Cybersecurity

FERC proposes incentives for electric companies to improve cybersecurity

By Iren Moroz shutterstock ID 566799760 

The Federal Energy Regulatory Commission (FERC) is proposing a rule change that would allow the federal government to subsidize electric companies that implement cybersecurity measures beyond the minimum standards required by current regulations.

FERC is seeking comment on the proposed rule change, which was published Feb. 5 in the Federal Register.

Under the proposal, public utilities could seek "deferred cost recovery" for any cybersecurity improvements they make to their infrastructure that go beyond the minimum requirements developed by the National Institute of Standards and Technology.

The policy allows for three categories of improvements: third-party hardware, software and computing and networking services, employee training to implement the upgrades, and costs associated with the implementation "such as risk assessments by third parties or internal system reviews," according to the Federal Register.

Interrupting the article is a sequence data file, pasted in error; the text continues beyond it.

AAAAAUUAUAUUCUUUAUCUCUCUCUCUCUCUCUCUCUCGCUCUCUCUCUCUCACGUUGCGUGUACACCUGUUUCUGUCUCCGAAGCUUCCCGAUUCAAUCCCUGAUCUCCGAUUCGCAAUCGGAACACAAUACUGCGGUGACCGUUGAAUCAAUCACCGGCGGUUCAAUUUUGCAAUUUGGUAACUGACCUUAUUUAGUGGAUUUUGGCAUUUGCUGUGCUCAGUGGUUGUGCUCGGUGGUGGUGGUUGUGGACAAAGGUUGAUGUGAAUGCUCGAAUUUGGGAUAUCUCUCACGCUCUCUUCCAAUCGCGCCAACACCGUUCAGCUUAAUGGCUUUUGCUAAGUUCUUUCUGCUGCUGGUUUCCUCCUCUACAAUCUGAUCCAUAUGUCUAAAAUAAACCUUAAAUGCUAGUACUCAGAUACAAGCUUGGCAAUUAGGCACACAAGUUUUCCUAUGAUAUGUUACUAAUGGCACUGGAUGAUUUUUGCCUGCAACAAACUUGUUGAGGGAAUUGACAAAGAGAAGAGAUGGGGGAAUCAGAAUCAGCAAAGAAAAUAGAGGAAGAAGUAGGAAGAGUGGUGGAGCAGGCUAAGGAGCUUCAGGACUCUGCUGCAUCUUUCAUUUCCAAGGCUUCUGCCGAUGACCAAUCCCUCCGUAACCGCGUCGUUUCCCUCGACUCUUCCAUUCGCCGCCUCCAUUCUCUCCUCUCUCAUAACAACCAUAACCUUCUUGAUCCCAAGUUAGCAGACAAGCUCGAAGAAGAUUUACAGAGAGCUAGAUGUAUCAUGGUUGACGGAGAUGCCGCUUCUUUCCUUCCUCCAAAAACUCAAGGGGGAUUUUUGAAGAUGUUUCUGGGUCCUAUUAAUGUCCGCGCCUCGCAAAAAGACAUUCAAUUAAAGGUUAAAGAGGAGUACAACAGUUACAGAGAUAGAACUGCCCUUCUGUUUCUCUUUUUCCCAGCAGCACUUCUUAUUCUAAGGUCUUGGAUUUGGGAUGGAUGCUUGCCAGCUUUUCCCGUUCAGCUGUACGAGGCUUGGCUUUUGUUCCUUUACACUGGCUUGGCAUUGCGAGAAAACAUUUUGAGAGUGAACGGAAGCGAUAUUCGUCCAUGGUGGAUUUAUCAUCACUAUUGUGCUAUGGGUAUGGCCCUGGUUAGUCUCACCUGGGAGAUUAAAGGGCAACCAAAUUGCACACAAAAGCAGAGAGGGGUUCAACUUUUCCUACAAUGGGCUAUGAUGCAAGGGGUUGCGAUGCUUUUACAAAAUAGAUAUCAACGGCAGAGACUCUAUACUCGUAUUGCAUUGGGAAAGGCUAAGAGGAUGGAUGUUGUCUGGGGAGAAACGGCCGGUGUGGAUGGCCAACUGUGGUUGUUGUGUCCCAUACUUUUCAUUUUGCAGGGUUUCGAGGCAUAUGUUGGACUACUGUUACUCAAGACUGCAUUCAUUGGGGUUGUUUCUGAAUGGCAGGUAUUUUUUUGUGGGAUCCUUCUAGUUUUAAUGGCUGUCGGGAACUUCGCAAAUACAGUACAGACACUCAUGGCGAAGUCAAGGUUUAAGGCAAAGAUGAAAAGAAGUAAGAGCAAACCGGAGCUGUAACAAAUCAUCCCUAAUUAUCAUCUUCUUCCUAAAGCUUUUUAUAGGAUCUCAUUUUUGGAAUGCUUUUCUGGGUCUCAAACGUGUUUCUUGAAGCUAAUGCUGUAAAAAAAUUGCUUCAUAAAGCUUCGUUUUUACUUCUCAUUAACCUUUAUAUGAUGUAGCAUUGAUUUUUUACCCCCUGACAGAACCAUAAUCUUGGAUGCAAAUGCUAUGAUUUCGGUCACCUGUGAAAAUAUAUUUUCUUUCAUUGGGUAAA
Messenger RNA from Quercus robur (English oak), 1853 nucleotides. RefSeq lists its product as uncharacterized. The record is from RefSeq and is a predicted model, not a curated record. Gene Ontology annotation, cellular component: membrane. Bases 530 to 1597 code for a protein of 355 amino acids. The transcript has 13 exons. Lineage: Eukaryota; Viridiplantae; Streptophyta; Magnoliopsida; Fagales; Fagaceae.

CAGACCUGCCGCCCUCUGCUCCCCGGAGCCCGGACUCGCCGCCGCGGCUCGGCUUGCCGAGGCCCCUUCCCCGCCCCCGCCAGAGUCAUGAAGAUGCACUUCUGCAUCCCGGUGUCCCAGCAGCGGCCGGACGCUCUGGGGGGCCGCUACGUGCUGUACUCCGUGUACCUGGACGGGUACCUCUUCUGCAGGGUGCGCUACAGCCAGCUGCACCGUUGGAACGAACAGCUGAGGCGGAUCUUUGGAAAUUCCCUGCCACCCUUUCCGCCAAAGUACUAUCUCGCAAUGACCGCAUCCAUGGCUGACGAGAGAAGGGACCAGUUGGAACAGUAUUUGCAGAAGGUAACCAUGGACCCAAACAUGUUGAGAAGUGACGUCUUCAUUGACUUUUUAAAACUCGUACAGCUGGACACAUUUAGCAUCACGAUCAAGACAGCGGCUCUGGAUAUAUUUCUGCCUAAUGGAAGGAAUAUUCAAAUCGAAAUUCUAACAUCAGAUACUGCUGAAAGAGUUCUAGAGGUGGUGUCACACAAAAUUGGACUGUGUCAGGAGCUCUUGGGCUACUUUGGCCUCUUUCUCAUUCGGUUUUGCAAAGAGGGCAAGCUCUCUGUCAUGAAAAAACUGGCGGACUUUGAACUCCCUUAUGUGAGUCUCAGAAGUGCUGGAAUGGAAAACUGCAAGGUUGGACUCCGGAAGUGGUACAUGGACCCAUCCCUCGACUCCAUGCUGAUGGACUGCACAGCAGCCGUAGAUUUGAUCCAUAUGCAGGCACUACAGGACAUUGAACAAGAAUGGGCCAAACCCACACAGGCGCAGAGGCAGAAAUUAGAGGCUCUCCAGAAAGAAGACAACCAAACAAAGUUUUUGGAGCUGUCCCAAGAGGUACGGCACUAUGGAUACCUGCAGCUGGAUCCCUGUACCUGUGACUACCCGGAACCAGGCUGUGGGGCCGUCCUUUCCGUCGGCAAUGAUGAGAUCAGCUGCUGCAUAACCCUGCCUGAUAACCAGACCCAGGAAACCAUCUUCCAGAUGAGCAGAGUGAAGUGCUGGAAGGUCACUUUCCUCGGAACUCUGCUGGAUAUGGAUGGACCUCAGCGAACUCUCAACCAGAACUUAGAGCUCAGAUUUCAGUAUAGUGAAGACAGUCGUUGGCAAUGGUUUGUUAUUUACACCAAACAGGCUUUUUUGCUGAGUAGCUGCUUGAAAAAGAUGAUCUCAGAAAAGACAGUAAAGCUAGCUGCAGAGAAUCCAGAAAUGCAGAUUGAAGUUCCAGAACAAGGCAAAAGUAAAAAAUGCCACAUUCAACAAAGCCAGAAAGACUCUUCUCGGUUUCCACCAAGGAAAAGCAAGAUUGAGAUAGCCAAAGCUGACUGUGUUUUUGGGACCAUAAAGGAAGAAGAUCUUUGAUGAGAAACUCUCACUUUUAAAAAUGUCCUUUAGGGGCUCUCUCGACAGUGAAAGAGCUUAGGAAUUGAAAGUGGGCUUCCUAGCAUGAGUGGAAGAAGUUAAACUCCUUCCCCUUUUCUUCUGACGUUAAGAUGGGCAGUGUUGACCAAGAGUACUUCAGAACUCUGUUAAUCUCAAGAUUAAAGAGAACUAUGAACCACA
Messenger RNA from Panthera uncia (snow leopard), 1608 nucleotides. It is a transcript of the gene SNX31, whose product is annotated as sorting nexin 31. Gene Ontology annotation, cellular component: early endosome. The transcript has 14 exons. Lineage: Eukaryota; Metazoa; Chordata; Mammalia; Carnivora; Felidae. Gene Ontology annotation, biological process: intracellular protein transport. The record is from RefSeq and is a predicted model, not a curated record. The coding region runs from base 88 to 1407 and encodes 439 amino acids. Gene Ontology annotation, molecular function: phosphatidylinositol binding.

FERC cites the coronavirus pandemic as one of the reasons the change is necessary.

"The rapid expansion of teleworking capabilities revealed potential vulnerabilities, and some identified cybersecurity events specifically targeting remote access network equipment," according to the proposal. "It is important that public utilities make cybersecurity investments to quickly and effectively address these cybersecurity challenges as well as other emerging threats."

The proposal also leaves open the possibility that any improvements companies take up voluntarily that are proven to be effective may eventually become mandatory, citing a June 2020 white paper written by FERC's staff.

Comments on the proposed rule are due by April 6.

 

About the Author

Justin Katz is a former staff writer at FCW.


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